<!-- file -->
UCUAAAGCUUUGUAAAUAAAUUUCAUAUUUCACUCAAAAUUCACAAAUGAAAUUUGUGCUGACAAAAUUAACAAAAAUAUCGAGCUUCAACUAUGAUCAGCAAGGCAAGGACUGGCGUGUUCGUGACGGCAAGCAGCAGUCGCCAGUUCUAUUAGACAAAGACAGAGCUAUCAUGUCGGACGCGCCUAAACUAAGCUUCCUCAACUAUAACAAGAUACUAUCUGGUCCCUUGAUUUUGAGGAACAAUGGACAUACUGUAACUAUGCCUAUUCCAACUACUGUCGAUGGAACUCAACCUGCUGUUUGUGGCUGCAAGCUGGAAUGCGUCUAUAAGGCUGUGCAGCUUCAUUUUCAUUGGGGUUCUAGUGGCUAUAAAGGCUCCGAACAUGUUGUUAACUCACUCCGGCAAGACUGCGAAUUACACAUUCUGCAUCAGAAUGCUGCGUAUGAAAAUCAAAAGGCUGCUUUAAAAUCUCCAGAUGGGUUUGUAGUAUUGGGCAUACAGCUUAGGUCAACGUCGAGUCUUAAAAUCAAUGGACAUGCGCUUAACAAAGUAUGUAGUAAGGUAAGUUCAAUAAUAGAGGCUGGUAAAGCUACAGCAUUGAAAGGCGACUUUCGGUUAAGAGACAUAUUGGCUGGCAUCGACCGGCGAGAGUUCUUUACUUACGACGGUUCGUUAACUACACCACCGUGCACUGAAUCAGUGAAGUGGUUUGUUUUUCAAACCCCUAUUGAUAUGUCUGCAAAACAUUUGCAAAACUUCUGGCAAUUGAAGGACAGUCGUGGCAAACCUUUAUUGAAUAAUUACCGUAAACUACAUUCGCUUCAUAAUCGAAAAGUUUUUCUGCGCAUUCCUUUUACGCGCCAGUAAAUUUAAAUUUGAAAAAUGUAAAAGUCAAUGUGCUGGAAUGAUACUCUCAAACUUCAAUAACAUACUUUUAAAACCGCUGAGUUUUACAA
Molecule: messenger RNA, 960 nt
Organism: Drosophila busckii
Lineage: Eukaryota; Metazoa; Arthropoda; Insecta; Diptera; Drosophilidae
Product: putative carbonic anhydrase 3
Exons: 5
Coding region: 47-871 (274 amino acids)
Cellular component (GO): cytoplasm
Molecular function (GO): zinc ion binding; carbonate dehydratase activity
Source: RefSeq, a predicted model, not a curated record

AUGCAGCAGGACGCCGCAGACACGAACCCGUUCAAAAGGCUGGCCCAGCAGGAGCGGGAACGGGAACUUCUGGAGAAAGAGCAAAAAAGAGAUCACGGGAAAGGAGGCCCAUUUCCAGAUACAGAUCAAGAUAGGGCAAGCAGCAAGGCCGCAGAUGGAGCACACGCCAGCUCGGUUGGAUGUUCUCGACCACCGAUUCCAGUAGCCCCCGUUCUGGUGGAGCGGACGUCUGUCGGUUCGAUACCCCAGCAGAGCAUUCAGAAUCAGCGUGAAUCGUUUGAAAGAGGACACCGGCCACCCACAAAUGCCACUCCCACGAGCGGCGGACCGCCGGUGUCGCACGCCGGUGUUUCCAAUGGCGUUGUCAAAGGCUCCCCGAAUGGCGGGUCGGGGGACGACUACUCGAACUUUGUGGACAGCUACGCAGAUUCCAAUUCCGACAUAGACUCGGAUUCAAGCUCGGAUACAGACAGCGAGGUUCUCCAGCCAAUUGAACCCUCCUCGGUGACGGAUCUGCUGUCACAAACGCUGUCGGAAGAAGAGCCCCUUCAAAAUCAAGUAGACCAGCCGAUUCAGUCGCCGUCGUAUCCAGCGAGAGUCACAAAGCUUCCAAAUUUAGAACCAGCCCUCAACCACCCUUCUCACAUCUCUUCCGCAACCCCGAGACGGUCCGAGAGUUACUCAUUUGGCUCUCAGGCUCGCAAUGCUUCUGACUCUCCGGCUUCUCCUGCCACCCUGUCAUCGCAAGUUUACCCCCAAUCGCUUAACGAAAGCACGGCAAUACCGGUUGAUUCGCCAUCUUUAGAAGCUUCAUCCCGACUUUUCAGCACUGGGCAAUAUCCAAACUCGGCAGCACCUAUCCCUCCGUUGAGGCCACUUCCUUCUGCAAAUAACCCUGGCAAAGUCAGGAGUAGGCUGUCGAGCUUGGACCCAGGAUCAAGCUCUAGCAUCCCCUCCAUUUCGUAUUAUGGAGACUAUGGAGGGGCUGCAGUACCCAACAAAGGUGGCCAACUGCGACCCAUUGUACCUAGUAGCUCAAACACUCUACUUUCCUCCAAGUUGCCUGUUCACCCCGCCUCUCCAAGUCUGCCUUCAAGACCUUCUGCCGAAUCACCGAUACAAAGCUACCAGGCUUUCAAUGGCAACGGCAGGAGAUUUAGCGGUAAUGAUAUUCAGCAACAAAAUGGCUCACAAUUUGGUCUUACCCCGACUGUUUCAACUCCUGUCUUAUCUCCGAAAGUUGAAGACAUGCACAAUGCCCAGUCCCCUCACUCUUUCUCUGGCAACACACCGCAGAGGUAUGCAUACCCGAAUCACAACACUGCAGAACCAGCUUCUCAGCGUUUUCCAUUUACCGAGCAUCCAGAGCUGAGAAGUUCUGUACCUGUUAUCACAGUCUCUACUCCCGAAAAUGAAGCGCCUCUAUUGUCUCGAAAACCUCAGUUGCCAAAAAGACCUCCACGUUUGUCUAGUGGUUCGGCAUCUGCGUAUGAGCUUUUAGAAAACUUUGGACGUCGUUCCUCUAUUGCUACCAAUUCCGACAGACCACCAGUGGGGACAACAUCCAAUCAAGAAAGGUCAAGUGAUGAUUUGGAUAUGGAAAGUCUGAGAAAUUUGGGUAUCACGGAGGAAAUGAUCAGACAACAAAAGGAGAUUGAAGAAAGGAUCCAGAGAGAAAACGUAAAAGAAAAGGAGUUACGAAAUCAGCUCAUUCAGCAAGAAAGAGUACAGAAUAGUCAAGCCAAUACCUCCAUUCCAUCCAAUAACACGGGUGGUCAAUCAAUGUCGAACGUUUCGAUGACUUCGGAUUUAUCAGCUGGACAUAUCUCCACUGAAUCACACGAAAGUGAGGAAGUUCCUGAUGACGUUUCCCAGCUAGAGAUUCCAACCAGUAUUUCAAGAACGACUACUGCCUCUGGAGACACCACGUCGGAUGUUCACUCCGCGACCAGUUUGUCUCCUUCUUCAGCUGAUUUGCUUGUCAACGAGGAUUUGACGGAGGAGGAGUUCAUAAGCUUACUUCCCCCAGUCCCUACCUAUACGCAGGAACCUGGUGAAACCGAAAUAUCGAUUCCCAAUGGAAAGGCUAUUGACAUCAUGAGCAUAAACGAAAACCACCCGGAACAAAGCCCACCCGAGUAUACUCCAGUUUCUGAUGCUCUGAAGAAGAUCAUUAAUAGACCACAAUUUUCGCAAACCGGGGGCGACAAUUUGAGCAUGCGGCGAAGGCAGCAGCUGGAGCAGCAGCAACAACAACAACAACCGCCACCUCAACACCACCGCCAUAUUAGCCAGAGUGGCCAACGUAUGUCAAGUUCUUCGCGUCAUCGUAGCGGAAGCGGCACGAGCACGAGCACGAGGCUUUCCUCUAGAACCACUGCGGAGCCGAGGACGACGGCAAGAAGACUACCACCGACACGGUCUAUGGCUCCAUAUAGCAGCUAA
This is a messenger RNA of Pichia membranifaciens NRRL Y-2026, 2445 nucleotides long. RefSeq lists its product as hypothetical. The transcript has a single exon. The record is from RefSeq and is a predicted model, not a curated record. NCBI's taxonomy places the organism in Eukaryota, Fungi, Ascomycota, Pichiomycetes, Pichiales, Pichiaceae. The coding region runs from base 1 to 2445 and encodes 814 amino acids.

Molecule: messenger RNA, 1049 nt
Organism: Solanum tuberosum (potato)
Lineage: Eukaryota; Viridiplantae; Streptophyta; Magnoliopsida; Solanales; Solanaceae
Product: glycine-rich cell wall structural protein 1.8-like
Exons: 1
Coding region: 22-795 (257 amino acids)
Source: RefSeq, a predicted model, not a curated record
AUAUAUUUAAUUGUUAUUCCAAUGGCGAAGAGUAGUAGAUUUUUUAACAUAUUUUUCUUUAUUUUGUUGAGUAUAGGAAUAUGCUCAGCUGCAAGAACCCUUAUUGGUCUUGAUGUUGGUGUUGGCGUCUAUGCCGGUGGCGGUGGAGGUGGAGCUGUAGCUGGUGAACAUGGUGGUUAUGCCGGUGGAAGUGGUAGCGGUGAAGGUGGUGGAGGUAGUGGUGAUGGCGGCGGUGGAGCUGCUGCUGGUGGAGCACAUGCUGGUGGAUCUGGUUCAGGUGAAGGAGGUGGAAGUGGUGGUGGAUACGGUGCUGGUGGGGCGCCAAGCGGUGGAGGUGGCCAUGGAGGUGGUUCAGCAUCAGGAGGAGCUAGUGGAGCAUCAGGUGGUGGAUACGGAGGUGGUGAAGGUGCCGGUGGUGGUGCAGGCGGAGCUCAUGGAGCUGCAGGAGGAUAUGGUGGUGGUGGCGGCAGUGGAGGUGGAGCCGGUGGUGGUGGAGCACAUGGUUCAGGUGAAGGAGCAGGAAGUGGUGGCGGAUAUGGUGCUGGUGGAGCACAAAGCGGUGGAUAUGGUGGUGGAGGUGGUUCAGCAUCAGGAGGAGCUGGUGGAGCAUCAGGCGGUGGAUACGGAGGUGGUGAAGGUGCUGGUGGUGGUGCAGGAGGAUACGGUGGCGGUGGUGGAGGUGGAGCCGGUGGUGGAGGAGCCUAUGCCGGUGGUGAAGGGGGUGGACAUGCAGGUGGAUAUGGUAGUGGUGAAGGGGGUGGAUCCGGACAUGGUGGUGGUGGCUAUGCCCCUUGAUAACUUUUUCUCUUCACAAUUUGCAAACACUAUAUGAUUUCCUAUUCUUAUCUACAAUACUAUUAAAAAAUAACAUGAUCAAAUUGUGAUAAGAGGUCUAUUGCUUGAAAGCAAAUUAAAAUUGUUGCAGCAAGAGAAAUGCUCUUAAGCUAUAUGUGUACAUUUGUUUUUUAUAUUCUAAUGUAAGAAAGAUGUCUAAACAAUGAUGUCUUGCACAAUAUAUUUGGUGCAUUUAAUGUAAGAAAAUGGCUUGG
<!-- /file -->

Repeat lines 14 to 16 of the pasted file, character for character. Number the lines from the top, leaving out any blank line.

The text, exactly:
Organism: Solanum tuberosum (potato)
Lineage: Eukaryota; Viridiplantae; Streptophyta; Magnoliopsida; Solanales; Solanaceae
Product: glycine-rich cell wall structural protein 1.8-like